“Flowers of Mold”, stories by Ha Seong-nan

Flowers of Mold, Ha Seong-nan, Janet Hong (trans) (Open Letter, April 2019) Flowers of Mold, Ha Seong-nan, Janet Hong (trans) (Open Letter, April 2019)

These aren’t bedtime stories. Indeed, reading them before bed might not be a good idea at all.

The ten well-crafted works of short fiction collected in award-winning Korean author Ha Seong-nan’s Flowers of Mold are not so much horror stories as just horrible. There is a bit of a Roald Dahl vibe to the collection: the characters and the situation in most cases start out as normal, but things are not the way they initially seem and the plots take a detour through a darker underbelly, deflecting attention along the way, ending as often as not with a twist.

But if Dahl’s stories were characterized by plot (as at least they were for me), Ha’s are mostly characterized by atmosphere: they make the skin-crawl—not by overly explicit description, although there can be that too, but rather by imbuing her characters with a certain inescapable creepiness.

Ha achieves this effect in different ways. In one of the most Roald-Dahl like stories, “The Retreat”, the residents of a run-down commercial block fear their landlord is about to turf them out so the lot can be redeveloped. We meet the proprietors of two rather seedy eating establishments on the ground floor, a similarly seedy billiard parlor, the director of a cram school. A “tenants’ retreat”, a sort of group outing, is planned—a tradition established by the current owner’s father—and the thought arises that certain action might be taken. But they are not the only ones with thoughts of homicide.

Ha takes a slower, more psychological approach in “A Woman Next Door”. This starts off entirely domestically:

 

A new neighbor’s moved into number 507. I’d just taken out the laundry and was about to hang it on the clothesline. The washer is junk now. Whenever it goes from rinse to spin, it gives a terrible groan and shudders, as if it might explode any second. Over the years, it’s shifted about twenty centimeters from its original spot. Since it’s done nothing except wash, rinse, and spin for ten years, no wonder it’s in bad shape.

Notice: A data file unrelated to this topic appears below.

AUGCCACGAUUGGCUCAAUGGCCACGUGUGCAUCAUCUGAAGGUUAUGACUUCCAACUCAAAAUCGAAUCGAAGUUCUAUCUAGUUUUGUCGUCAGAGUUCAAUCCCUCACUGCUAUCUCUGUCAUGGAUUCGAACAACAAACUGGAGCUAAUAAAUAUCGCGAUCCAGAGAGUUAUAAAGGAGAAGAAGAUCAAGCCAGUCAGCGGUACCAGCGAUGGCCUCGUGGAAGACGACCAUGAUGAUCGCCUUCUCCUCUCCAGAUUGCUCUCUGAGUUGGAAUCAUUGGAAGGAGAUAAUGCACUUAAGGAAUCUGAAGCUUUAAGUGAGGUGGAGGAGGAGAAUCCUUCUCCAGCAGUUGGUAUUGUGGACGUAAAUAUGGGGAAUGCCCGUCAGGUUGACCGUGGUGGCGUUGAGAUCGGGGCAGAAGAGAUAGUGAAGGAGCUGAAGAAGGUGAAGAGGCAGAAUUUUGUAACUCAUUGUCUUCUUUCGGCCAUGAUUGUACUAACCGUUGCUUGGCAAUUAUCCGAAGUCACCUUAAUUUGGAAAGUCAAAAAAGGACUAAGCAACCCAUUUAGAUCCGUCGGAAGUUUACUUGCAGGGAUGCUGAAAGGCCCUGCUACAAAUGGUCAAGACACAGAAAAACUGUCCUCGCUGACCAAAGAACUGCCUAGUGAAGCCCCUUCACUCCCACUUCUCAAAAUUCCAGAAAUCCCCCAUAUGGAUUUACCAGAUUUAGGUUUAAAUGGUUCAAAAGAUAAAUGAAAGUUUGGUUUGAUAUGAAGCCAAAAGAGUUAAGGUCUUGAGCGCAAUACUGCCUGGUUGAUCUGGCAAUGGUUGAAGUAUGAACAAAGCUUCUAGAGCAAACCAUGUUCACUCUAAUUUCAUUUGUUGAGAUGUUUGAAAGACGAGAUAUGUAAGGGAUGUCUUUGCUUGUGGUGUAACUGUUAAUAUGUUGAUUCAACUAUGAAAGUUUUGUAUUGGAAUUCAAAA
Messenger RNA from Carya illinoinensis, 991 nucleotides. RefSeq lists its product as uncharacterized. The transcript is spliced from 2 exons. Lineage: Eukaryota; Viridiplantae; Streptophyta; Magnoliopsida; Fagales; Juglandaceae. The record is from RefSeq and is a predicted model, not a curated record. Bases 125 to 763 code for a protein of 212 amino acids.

But is becomes immediately clear that maybe the narrator is a bit strange:

 

I pat the top of the washer and mutter, “Yeongmi, I know you’re tired, but let’s get through it one last time.” The washer wrings out the water and barely sounds its end-of-cycle buzzer. Yeongmi is the name I’ve given the washer. It’s also my name…

 

The next-door neighbor comes by and borrows a spatula. Yeongmi seems to think she’s found a soulmate, but strange things start happening. Things get lost, memories get lost, her initially critical husband starts to bond with the neighbor, the narrator loses whatever touch with reality she had.

If, that is, one can determine what is reality and what not. At the other extreme, “Nightmare”, is tale of what might be sexual assault followed by a delayed fatal revenge or which might be delusion; the victim is convinced of the former, her father apparently the latter. But the telling is distanced and dispassionate. Madness flecks the story but whence the madness comes isn’t clear.

Ha finds inspiration anywhere and everywhere: the opening story, “Waxen Wings” is, as the title might indicate, a retelling of the Icarus myth with an erstwhile gymnast whose growth spurt denied her the ability to fly as she wished. Several stories deal with commercialism: department stores, a Chrysler showroom, billboards, advertising. The men are among the more abject members of their gender; the women often put upon by circumstance. The tales are littered with the detritus, physical and moral, of the human condition.

The stories, it must be said, are uncomfortable if not unpleasant: some readers will enjoy the frisson they deliver, while others may admire their craftsmanship without necessarily finding them to their taste.

The stories themselves have a certain “placelessness”.

Janet Hong’s translation deserves more than a mention. It is fluent to a degree that one might never guess it is a translation at all. There is a distinct voice—whether it is the original author’s is something only someone who knows Korean as well can determine—but there is no feeling this is a work that passed through a filter.

This is combined with a certain “placelessness” to the stories themselves: the odd Korean name and reference to a price in won apart, there is little to indicate that the flat, subway car, bus or run-down commercial building is in Seoul rather than, say, the less-glitzy outlying parts of an American conurbation. This can itself be destabilizing and adds to the overall sense of disorientation that the stories produce.


Peter Gordon is editor of the Asian Review of Books.